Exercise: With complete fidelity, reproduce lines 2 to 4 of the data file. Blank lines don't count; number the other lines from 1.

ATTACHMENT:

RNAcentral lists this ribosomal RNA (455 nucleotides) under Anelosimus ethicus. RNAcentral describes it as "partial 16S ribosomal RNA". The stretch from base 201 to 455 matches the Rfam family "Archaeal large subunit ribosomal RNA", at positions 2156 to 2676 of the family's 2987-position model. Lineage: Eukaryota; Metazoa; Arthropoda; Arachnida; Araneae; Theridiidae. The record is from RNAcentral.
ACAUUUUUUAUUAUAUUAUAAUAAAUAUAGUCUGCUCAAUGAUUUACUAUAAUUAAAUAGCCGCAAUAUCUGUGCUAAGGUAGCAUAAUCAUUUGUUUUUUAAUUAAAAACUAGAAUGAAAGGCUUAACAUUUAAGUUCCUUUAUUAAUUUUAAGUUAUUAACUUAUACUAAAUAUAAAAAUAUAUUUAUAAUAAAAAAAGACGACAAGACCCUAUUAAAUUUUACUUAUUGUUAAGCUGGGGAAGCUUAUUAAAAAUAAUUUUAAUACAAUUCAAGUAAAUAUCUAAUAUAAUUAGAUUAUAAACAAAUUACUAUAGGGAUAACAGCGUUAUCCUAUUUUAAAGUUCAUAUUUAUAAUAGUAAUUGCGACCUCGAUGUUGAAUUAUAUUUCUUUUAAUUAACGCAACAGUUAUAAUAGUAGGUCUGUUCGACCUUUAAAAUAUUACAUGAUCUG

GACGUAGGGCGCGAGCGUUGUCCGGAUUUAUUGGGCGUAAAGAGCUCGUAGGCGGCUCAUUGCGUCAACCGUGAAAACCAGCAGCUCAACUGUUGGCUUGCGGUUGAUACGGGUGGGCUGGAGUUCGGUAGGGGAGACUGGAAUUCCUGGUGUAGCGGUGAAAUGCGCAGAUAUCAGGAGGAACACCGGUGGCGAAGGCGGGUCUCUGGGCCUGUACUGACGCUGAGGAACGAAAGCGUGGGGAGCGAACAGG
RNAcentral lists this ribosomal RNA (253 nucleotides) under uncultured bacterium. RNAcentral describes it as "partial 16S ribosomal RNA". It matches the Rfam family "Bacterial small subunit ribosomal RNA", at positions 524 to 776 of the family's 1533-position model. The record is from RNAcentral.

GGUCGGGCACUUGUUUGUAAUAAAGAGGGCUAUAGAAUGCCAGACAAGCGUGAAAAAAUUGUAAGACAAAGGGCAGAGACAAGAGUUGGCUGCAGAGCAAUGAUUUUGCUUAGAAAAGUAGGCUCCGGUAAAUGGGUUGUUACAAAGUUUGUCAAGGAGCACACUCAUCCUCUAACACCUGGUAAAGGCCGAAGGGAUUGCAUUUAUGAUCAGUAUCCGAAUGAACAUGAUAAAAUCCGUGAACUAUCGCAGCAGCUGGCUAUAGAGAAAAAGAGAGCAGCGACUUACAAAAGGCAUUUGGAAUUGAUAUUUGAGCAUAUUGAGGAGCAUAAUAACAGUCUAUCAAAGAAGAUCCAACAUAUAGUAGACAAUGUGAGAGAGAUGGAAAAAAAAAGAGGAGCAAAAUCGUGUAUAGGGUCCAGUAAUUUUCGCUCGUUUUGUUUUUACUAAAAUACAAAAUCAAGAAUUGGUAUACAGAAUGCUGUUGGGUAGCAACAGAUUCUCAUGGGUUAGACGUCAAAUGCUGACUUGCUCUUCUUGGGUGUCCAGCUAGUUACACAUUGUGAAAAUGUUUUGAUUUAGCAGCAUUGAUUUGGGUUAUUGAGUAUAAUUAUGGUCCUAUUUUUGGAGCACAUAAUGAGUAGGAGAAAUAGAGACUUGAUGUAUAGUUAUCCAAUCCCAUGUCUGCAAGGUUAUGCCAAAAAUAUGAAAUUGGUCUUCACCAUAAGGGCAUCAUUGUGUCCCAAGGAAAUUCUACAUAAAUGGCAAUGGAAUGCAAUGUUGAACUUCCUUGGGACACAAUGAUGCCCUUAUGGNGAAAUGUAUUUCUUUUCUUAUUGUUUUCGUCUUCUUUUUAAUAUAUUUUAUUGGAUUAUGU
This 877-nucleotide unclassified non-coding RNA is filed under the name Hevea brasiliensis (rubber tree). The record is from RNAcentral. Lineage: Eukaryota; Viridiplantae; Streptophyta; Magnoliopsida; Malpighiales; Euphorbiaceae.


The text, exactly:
ACAUUUUUUAUUAUAUUAUAAUAAAUAUAGUCUGCUCAAUGAUUUACUAUAAUUAAAUAGCCGCAAUAUCUGUGCUAAGGUAGCAUAAUCAUUUGUUUUUUAAUUAAAAACUAGAAUGAAAGGCUUAACAUUUAAGUUCCUUUAUUAAUUUUAAGUUAUUAACUUAUACUAAAUAUAAAAAUAUAUUUAUAAUAAAAAAAGACGACAAGACCCUAUUAAAUUUUACUUAUUGUUAAGCUGGGGAAGCUUAUUAAAAAUAAUUUUAAUACAAUUCAAGUAAAUAUCUAAUAUAAUUAGAUUAUAAACAAAUUACUAUAGGGAUAACAGCGUUAUCCUAUUUUAAAGUUCAUAUUUAUAAUAGUAAUUGCGACCUCGAUGUUGAAUUAUAUUUCUUUUAAUUAACGCAACAGUUAUAAUAGUAGGUCUGUUCGACCUUUAAAAUAUUACAUGAUCUG

GACGUAGGGCGCGAGCGUUGUCCGGAUUUAUUGGGCGUAAAGAGCUCGUAGGCGGCUCAUUGCGUCAACCGUGAAAACCAGCAGCUCAACUGUUGGCUUGCGGUUGAUACGGGUGGGCUGGAGUUCGGUAGGGGAGACUGGAAUUCCUGGUGUAGCGGUGAAAUGCGCAGAUAUCAGGAGGAACACCGGUGGCGAAGGCGGGUCUCUGGGCCUGUACUGACGCUGAGGAACGAAAGCGUGGGGAGCGAACAGG
RNAcentral lists this ribosomal RNA (253 nucleotides) under uncultured bacterium. RNAcentral describes it as "partial 16S ribosomal RNA". It matches the Rfam family "Bacterial small subunit ribosomal RNA", at positions 524 to 776 of the family's 1533-position model. The record is from RNAcentral.